North Herts and Stevenage councils set for recycling reward cuts
PUBLISHED: 07:03 04 October 2019 | UPDATED: 15:03 06 October 2019
Danny Loo Photography 2017
North Herts and Stevenage councils have spoken out about Herts County Council’s recent decision to cut £1.5 million from the amount it gives to district and borough councils to reward kerbside recycling.
The county council has operated the reward scheme since 2008 - giving more than £33 million back to 10 authorities in the county over 12 years.
However, on Monday last week - during Recycle Week 2019 - it was agreed that the amount available would be cut by £500,000 a year for the next three years.
NHDC has said it will continue to work towards reducing the amount of waste going to landfill, despite the county council's plans.
Councillor Elizabeth Dennis-Harburg, executive member for recycling and waste management at NHDC, said: "The alternative financial model funding from Hertfordshire County Council has enabled us to implement a number of initiatives over the last few years including the introduction of kitchen caddies and weekly collections for food waste, kerbside boxes for paper, and mixed recycling. We will now continue to build on this work and the opportunities that the funding gave us, encouraging North Hertfordshire residents to recycle and reduce their waste, so that less waste ends up in landfill.
"However, any reduction in the funding that the council receives reduces the initiatives it can fund and may create funding pressures in the medium term.
"Recycling and waste services that we deliver on a day-to-day basis will not be affected."
District and borough councils had urged the county council to delay the reduction, or to spread it over a longer period.
This comes as district and borough councils stated that they are already being hit financially by a fall in demand for recyclable materials and they have warned the move will damage the relationship with the county council.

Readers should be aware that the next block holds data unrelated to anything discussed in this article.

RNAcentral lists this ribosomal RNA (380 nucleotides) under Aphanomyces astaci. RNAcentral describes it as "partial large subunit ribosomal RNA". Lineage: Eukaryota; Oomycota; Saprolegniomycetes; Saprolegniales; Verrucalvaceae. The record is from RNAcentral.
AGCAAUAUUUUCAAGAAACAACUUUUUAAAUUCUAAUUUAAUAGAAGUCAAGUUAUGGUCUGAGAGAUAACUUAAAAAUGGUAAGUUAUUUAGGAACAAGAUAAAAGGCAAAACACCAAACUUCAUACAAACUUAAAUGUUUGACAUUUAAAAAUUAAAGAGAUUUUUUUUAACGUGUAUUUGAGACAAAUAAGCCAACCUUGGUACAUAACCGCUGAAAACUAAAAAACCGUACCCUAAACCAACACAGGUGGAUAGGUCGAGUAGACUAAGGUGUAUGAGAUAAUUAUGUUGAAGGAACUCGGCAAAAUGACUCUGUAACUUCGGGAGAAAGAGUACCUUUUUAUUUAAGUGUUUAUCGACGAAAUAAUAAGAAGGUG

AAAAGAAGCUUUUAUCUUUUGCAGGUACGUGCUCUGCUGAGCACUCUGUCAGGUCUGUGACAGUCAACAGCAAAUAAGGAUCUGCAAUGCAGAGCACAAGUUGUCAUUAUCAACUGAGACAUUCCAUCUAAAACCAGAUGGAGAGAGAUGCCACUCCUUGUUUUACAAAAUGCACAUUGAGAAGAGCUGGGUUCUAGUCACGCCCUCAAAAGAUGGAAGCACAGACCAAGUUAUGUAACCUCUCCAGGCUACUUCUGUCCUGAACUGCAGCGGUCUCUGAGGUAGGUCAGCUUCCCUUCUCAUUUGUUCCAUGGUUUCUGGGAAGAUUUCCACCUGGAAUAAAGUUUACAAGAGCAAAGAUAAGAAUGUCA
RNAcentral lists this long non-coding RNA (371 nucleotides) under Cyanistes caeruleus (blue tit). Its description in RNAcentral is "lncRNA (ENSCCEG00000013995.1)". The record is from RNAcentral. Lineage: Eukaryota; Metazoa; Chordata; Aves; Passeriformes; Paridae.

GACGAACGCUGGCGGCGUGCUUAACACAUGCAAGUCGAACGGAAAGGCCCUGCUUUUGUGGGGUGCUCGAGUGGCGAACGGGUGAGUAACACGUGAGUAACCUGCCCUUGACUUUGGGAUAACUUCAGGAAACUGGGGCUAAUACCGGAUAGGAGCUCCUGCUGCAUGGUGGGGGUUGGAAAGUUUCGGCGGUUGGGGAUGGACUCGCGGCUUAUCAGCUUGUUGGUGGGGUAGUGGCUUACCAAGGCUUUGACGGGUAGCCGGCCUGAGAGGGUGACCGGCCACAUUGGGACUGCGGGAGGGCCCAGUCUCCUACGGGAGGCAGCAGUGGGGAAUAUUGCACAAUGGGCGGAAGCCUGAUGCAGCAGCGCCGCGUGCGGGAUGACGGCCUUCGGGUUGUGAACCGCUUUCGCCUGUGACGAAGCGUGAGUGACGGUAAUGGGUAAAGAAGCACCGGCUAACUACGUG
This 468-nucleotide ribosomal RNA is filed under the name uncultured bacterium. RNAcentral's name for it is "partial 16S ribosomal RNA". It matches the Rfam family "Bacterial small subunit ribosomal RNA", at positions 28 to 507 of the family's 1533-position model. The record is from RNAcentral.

However, the county council has said the move reflects the level of additional savings it is required to make - particularly to support adult care and children's services.
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Stevenage Borough Council's environment and regeneration executive, Councillor John Gardner said: "We acknowledge the financial pressures that Herts County Council faces to cover the costs of providing adult and child social services, and recognise why the funds have been redirected in this way.
"However, we are disappointed that Herts County Council's new model to share savings among councils will potentially result in a reduction to the recycling funding we receive. As a result, we will be reviewing how our future recycling initiatives will be impacted."
The reward scheme - known as the alternative financial model - works by redistributing savings accrued to the county council, in its role as waste collection authority, as a direct result of better kerbside recycling practices of the districts and boroughs.
Ten per cent of these savings are kept by the county council, with the rest shared according to the size of the authority and the 'in year performance' - calculating the savings made by each authority compared to the year before.
Last year £4.147 million was passed to districts and boroughs, with £577,153 awarded to North Herts and £236,755 for Stevenage - the smallest payment of all local authorities.
The largest payment, of £836,469, was awarded to St Albans, while Welwyn Hatfield received £299,437 and Hertsmere were given £577,153.
Further afield in Broxbourne £397,977 was awarded, while East Herts were given £330,141.
Over the past three years the county council has kept back £1m from the scheme - at a rate of £333,000 a year, and is set to reduce the amount available.
At the meeting, Councillor Terry Hone, executive member for waste management at HCC, said they had needed to look at what they could contribute towards the funding required "to maintain the high level of care currently adults and children in our community".
He suggested that not every council had always used the funds from the scheme, as intended, to increase their recycling rates.
Ka Ng, corporate director for Welwyn Hatfield Borough Council, said in a written response on behalf of all councils that the planned reduction came as the districts were suffering "significant budget pressures" from falling demand for recyclate materials.
Last year the cost of waste disposal to the county council was £44.1m. By 2022/2023 it is expected to increase by a further £8m.